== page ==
Nerp! (Sarah Lynne Reul)

Hello, friends! Our book today is Nerp! by Sarah Lynne Reul, a silly twist on the classic dinnertime struggle of picky eater vs. parent.

After helping to feed his pet something the pet clearly deems less than appetizing, a young alien (monster?) sits down to his own meal. Yet no matter what delicious dishes his parents present him with – from “frizzle frazzle hotchy potch” to “verpy gurpalew” – the little one simply turns up his nose and declares, “NERP!” What can his parents do to entice him to eat? Is there any dish this particularly fickle eater will try?

Absurd fun. The alien/monster language used exclusively in the text is a mixture of words easily translated from context (nerp = nope, yerp = yup, etc), and a creative list of ridiculous-sounding meals that are loads of fun to read aloud. The meals themselves are hilariously illustrated to look as unappetizing as the little one seems to find them: one has living tentacles wiggling out of the dish. The alien/monsters themselves are charming and cute, and both picky eaters and exasperated parents will see themselves in the characters’ expressions. The resolution is a little gross – and younger bookworms may need reminding that it’s not actually an acceptable option – but not so much that it turned us off. The length was great, and JJ loved it. A delightfully silly title, and Baby Bookworm approved!

(Note: A copy of this book was provided to The Baby Bookworm by the publisher in exchange for an honest review.)

The X-Files: Earth Children Are Weird (Jason Rekulak, Kim Smith & Chris Carter)

Hello, friends! Our book today is The X-Files: Earth Children Are Weird, a new story based on the show and characters by Chris Carter, written by Jason Rekulak, and illustrated by Kim Smith.

Little Fox and Dana are having a camp-out in Dana’s backyard, reading through spooky books (appropriately titled “The X-Files” themselves). Fox is a little more than jumpy, especially about the prospect of an alien sneaking up on their tent. Dana assures him that there’s no chance of this… just as a bright light shines over their tent! Fox is sure it’s aliens, but Dana calms him – it’s only the security floodlight. Then what’s that towering, creepy shadow?! Just Buster the dog sniffing out a squirrel. On it goes, with Fox following mysterious sights and sounds into the woods and Dana gently bringing him back down to earth, until Fox admits that maybe he was perhaps overreacting. The pair head back to their tent, not noticing that they weren’t alone in the forest after all…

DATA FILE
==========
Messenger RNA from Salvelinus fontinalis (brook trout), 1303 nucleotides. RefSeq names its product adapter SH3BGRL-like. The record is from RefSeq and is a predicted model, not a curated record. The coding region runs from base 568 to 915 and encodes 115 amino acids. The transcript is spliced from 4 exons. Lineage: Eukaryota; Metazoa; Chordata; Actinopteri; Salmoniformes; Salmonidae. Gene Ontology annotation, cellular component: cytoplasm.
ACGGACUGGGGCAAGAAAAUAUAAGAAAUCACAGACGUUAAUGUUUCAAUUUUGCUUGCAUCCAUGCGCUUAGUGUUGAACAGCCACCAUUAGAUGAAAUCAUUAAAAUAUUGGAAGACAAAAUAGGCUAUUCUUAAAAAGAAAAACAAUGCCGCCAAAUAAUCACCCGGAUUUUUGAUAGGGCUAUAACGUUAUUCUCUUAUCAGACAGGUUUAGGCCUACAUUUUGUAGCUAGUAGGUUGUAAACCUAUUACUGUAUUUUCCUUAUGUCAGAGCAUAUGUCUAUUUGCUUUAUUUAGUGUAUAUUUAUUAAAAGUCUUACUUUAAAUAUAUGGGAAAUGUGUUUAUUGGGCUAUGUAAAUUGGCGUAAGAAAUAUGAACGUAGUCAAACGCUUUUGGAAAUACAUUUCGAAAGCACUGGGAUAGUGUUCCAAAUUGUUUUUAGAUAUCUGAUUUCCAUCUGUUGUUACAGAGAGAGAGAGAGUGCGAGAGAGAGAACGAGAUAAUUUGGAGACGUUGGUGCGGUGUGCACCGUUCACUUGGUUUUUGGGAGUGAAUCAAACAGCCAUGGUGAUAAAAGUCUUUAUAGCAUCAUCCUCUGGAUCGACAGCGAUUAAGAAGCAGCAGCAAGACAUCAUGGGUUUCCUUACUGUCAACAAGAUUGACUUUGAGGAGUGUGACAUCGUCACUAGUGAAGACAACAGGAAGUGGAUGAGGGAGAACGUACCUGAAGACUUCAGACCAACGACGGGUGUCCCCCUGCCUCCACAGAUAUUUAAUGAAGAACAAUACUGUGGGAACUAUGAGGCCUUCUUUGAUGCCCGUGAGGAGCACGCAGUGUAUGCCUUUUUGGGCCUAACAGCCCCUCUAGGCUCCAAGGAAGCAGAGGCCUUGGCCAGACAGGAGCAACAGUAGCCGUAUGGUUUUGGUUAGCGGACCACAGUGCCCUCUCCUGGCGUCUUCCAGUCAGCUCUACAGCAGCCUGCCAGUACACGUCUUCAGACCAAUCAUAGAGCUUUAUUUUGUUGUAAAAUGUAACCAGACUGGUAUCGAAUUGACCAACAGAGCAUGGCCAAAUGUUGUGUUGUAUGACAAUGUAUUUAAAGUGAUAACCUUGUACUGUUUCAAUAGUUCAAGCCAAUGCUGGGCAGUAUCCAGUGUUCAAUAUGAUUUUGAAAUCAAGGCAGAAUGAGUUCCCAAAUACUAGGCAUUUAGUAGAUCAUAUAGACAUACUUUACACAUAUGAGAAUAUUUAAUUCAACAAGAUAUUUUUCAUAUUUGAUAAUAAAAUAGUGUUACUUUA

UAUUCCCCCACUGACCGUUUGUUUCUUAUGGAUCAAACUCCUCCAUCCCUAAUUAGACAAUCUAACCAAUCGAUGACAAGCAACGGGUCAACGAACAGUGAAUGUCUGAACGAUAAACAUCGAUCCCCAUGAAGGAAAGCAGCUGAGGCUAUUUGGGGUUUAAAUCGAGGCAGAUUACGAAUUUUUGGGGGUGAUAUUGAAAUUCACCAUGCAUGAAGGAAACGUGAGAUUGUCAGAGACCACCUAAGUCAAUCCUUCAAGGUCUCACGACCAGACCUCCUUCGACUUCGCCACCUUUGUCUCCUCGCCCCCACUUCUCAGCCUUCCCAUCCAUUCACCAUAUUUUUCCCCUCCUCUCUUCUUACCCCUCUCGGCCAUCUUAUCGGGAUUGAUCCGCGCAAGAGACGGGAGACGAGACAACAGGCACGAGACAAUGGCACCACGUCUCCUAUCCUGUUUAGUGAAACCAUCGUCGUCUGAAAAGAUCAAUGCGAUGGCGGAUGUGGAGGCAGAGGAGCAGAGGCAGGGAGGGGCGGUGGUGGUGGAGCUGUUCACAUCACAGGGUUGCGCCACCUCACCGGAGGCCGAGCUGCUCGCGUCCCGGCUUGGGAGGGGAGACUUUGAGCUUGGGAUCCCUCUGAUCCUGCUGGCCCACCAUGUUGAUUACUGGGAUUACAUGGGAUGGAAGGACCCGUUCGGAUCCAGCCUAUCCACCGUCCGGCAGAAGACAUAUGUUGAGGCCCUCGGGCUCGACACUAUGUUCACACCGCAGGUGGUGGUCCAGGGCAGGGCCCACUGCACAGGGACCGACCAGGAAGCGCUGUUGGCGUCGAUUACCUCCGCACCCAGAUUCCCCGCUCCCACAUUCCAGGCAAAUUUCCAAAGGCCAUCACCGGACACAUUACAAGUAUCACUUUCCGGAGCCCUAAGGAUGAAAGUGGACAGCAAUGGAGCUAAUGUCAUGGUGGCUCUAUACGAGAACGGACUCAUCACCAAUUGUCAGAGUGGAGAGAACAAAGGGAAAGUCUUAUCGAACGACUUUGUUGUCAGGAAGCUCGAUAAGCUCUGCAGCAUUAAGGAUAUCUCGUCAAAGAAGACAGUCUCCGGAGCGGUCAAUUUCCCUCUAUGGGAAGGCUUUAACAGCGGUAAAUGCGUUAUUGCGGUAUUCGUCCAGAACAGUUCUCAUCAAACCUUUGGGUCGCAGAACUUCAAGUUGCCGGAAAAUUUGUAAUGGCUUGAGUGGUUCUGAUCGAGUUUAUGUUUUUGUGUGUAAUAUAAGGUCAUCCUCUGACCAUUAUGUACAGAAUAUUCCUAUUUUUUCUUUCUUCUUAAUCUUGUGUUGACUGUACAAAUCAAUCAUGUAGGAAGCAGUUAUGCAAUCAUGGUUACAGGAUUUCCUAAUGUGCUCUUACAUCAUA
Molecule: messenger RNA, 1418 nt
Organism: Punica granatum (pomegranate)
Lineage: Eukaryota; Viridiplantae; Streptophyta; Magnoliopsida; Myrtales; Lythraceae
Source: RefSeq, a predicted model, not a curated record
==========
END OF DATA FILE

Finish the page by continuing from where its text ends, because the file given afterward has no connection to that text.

This was delightful! A non-canon imagining of Mulder and Scully as children that takes the main themes of the show and distills them down to a kid-friendly yet fan-serving story. The plot is packed with humor, clever dialogue and misdirects, and even a mildly creepy twist ending that pays homage to the characters’ roots. Adult X-FILES/sci-fi fans will love details such as Scully’s parents drawn to look like the actors who played them, and a silhouette that closely resembles a xenomorph from the ALIENS series. The art is colorful enough to engage yet maintains a proper spooky atmosphere, and is sure to present the aliens as outerworldly but not scary. The length was great, and JJ and I loved it. A treat for fans to share with their little ones, and a fun, creepy tale all around. Baby Bookworm approved!